Within the whole club – and this is where we don’t separate the boys and the girls and the men and the women – everyone here has the same kit; what the Under-7s are playing in, the men’s team are playing in. We’ve restructured the women’s and the girls’ game at the club; we now run the Wildcats initiative in partnership with the Manchester FA, so we have younger girls coming here. We’re starting to see transition from Under-12s, 13s, 14s to the development squad we now have of Under-16s. We have a women’s team that started with a new manager and coach last season. It is going to take time for that team to grow. They don’t get the crowds that the men’s team get, but that will come. They’re in the North West Women’s League; they finished mid-table last season, which was brilliant. The aim is to look towards a playoff place this season. Progression has got to be slow and we build from the bottom up; so we want to start to build an Under-7 and Under-8 girls only team. We’ve got boys only teams and we’ve got mixed teams at Under-7s and 8s, a soccer school at 5 and 6. It’s then starting to build girls’ under 7s and 8s and then through the pathway. That will take something like five years to build that, but we’ve got to start somewhere. The women’s team is fully integrated within the club as well; they play the games on our 3G pitch and in time I hope they’ll play in the stadium.

 

"We just have to be unique and we have to be ahead of the game."

 

Since you began with Curzon Ashton, what has progressed really well from your point of view and what has been a bigger challenge perhaps than even first anticipated?

The biggest challenge we face as a club is the locality. You’re in a hotbed of football within Greater Manchester; from Premier League through to National League. There are six other clubs within Tameside that are all around National League / Evo-Stik level. There’s a population of 230,000 people, areas of Tameside are among some of the most deprived in the country, and economically, it’s not a rich borough. As a football club, we’re all battling against each other for the same sponsorship and advertising deal. That is the biggest challenge here and we’re all fighting for the same fans, because you’re not a huge borough and it’s very territorial. If all those Tameside clubs were playing at home at the same time, and it’s very rare that they would, an average gate is about 2,000 people. You’re a borough of over 200,000 people – where are they all going? They’re all going to watch Bury or Oldham or Man United or Man City. So that’s our biggest challenge, for Curzon and for Tameside. Hyde residents will go and watch Hyde, Stalybridge residents will go and watch Stalybridge; they won’t travel to Curzon Ashton. Then we’ve got two teams in Ashton within a couple of miles of each other (Curzon Ashton and Ashton United). We have to be unique in what we do, so our community programme is bigger than any other club within Tameside. No other club has got the catering and hospitality facilities that we’ve got, no other club has got a link directly with the sports trust that we have – we have a partnership with Active Tameside – and nobody has got the reach in terms of education that we have. We just have to be unique and we have to be ahead of the game.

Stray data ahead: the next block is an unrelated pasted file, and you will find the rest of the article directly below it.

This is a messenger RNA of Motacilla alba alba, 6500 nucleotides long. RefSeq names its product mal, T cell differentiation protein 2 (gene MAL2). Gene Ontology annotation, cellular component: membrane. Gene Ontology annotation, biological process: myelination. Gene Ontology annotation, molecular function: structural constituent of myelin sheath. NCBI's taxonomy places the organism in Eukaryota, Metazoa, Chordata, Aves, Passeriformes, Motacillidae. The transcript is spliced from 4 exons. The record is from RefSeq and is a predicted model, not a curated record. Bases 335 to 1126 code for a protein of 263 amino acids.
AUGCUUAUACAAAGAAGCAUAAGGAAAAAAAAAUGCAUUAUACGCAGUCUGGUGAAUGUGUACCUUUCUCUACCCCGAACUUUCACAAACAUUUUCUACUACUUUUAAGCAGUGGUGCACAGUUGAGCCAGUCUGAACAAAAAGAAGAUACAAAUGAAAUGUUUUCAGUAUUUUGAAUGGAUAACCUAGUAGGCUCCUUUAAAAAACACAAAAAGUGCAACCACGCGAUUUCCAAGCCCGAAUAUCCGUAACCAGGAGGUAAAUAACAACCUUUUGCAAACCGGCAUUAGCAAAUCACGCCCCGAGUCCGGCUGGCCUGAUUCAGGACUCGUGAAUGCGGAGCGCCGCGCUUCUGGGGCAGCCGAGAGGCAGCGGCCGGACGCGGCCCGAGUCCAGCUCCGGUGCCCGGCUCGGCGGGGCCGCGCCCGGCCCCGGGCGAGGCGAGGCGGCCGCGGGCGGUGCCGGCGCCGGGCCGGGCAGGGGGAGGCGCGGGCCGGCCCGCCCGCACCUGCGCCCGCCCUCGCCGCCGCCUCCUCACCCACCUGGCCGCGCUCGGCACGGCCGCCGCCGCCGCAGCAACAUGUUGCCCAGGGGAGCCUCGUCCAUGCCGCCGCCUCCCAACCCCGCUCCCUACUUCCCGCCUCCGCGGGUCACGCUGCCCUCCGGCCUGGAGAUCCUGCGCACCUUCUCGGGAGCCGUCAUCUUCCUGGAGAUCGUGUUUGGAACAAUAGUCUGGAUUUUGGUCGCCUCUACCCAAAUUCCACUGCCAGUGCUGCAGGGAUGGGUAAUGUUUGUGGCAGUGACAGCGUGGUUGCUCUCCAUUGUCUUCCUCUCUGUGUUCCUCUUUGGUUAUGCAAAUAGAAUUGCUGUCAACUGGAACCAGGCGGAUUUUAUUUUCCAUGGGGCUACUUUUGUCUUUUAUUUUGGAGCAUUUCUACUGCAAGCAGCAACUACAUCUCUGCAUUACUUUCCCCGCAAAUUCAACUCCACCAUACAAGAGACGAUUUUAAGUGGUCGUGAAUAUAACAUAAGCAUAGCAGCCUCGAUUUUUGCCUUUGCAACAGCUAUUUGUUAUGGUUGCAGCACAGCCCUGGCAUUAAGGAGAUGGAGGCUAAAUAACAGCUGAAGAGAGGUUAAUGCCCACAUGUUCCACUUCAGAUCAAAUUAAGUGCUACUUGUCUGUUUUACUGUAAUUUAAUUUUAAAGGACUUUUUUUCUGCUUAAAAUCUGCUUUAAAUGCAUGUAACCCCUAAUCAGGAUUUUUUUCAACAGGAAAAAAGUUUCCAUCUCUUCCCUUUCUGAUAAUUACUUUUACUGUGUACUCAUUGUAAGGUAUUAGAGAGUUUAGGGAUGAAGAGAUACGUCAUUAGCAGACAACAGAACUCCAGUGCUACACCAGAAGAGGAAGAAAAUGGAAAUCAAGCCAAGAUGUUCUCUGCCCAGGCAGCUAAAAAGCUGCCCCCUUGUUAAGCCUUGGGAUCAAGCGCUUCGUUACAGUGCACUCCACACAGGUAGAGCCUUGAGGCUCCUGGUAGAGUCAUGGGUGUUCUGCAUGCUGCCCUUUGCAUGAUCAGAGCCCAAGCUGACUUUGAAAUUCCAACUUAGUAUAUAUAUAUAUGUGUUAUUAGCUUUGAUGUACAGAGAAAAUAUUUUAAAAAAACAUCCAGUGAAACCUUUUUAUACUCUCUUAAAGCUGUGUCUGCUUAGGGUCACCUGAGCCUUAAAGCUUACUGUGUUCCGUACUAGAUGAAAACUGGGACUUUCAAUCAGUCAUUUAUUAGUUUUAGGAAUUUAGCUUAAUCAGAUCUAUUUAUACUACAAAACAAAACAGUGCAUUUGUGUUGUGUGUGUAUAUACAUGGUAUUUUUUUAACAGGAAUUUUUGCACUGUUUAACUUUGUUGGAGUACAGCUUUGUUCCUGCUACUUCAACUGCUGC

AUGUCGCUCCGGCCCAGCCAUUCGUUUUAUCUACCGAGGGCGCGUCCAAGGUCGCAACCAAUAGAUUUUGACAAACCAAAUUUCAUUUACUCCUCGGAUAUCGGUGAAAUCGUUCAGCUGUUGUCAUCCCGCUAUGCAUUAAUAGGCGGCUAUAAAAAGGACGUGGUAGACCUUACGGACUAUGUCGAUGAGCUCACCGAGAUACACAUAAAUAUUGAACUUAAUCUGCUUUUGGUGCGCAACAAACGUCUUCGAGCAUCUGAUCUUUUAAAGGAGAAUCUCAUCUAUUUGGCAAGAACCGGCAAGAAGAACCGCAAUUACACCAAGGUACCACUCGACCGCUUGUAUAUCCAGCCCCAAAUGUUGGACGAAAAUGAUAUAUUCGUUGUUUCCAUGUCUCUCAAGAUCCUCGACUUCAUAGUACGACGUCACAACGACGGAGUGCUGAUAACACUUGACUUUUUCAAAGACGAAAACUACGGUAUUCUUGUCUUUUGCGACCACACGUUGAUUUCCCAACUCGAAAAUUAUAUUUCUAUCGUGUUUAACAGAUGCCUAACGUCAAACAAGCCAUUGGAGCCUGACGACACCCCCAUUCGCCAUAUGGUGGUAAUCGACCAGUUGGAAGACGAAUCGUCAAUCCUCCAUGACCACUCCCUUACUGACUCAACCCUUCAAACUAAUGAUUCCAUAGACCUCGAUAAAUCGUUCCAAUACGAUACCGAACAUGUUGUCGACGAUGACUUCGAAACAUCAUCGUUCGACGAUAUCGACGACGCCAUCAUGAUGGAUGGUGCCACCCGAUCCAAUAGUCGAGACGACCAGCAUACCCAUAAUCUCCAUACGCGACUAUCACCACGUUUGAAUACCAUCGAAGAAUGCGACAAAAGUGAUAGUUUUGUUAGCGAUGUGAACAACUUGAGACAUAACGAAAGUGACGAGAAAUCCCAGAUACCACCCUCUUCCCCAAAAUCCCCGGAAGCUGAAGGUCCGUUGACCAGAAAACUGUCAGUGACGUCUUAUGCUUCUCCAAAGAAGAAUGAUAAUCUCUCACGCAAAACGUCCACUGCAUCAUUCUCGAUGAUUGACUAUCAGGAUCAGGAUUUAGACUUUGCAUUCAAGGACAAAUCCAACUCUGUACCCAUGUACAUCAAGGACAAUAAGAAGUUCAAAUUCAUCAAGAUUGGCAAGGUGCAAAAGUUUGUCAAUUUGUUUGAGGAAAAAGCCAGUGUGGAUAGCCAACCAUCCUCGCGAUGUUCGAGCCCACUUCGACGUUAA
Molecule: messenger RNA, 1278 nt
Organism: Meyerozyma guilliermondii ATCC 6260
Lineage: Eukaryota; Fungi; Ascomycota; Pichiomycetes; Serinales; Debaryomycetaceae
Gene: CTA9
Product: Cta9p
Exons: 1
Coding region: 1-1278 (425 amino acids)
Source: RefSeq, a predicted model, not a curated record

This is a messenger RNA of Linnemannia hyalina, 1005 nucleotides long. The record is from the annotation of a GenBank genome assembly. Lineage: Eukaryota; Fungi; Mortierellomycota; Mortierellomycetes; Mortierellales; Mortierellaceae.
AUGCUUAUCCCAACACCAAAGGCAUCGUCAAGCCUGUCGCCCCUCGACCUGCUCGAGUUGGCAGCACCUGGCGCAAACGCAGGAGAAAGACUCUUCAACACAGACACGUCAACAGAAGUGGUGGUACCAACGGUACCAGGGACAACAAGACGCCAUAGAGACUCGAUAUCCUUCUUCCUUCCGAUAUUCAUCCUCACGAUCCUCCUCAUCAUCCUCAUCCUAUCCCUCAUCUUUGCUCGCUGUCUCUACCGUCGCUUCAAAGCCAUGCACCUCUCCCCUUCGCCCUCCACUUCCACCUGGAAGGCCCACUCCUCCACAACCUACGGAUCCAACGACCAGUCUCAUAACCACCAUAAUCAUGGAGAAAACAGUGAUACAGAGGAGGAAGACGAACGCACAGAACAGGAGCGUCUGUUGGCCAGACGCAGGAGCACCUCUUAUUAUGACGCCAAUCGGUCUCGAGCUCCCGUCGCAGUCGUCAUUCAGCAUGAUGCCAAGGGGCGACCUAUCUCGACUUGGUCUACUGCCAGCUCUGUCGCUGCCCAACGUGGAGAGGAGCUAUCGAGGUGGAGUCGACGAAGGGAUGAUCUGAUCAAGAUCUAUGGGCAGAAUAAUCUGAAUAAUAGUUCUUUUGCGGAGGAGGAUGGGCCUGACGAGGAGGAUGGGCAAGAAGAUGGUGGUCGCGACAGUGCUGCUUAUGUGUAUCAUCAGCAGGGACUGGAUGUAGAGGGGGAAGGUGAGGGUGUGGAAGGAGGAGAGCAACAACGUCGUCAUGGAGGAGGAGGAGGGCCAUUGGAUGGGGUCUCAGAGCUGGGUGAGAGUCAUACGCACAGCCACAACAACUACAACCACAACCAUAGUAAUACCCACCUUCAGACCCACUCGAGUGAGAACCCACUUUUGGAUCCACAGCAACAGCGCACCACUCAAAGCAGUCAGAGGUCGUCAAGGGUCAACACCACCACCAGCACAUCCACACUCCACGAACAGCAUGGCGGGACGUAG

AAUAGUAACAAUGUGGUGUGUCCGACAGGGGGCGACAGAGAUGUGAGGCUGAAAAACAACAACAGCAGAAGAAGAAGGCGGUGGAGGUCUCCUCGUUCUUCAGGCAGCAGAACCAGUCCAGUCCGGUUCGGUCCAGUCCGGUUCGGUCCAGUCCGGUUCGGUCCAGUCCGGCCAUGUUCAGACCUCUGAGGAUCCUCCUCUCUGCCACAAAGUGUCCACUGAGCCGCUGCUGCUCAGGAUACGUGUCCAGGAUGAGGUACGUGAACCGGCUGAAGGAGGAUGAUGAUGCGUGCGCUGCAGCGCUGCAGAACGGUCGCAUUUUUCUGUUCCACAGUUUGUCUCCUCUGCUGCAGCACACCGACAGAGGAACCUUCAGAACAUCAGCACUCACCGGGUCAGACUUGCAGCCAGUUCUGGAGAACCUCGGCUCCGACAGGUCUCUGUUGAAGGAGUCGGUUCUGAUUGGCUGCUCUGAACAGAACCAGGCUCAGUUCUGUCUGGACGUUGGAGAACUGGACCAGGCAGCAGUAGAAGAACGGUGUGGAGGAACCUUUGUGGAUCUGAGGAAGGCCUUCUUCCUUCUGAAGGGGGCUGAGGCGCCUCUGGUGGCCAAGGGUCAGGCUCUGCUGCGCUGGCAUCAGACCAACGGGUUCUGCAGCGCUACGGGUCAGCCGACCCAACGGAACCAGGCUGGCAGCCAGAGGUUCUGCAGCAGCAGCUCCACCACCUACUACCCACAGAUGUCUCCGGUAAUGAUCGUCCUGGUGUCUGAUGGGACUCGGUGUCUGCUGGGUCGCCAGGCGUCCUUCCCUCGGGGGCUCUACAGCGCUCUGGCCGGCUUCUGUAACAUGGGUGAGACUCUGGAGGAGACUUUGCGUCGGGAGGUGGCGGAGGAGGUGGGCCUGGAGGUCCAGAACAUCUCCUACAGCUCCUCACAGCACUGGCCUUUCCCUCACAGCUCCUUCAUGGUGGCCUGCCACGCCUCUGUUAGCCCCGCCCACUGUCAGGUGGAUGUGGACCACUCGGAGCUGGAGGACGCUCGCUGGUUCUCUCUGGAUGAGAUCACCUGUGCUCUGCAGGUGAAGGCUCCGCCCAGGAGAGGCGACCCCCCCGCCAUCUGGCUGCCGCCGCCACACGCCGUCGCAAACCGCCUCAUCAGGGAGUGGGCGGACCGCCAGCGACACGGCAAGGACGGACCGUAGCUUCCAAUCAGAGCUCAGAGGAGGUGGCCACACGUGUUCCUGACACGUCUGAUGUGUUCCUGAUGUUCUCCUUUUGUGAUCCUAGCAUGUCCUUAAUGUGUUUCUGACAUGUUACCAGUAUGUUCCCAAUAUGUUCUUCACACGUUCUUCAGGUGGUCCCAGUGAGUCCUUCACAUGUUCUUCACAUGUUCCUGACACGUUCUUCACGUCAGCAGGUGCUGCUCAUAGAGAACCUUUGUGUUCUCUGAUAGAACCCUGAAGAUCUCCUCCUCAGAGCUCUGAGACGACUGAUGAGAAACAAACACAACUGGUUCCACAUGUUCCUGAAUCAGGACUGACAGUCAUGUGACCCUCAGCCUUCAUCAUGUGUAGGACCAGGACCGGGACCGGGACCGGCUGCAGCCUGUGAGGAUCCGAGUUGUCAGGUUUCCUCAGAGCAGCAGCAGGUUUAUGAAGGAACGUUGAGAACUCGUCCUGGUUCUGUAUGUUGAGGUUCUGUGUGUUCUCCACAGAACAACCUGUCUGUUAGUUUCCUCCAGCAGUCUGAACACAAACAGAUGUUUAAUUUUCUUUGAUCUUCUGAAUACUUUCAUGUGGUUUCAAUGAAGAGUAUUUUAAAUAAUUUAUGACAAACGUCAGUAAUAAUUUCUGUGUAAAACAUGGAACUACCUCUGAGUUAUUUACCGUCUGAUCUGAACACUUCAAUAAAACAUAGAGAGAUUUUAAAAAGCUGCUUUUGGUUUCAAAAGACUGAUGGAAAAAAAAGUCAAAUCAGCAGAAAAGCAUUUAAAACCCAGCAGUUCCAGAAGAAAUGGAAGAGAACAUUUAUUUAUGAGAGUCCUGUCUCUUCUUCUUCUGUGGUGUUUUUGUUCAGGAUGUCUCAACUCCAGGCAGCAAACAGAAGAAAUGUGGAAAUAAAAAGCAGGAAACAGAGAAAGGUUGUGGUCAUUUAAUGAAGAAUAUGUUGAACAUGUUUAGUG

"I'm a chief executive - I just happen to be female."

 

In a recent interview with L’Équipe, Eva Carneiro mentions never having wanted to be held up as an example to women, but rather to be looked at solely for the job she does. With what you do and all the work you’ve done previously outside of football, do you see it as an opportunity, a responsibility even, to represent women and what can be achieved in a traditionally male-dominated industry?

I want to be a role model for anybody, to show that you can go from a background of participating in sport – mine was running – or going to university, working hard and achieving your goals. For me, it’s not about because I’m female; it’s about being a role model in terms of young people and what you can achieve if you set your sights on it. It could have been in cricket, athletics or another sport, but it’s about that ability to work hard and know I can achieve something. I'm a chief executive - I just happen to be female.

In your Football Development Manager role with the Manchester FA, you helped secure investment for 3G pitches, for example. Reflecting at this point on your career, which achievements or changes are you most proud of?

I’m really proud of getting this job, if I’m honest. It’s hard work, and there are challenges and ups and downs, but I am really proud of working here. All the facility development work I did with Manchester FA, I’m really proud of. I’m proud of that because working with a County FA, you’re judged on the number of clubs you work with, the number of teams that are affiliated with the County FA, and we did turn that around. We've not even scratched the surface here at Curzon Ashton and so I’d like to be asked that question in five years’ time. For me, it would be the refurbishment of the training ground, that the National League team are in the Premier Division, and that we become a sustainable, profitable football club. That is the aim in five years’ time.

Article/interview by @chris_brookes

We just have to be unique and we have to be ahead of the game.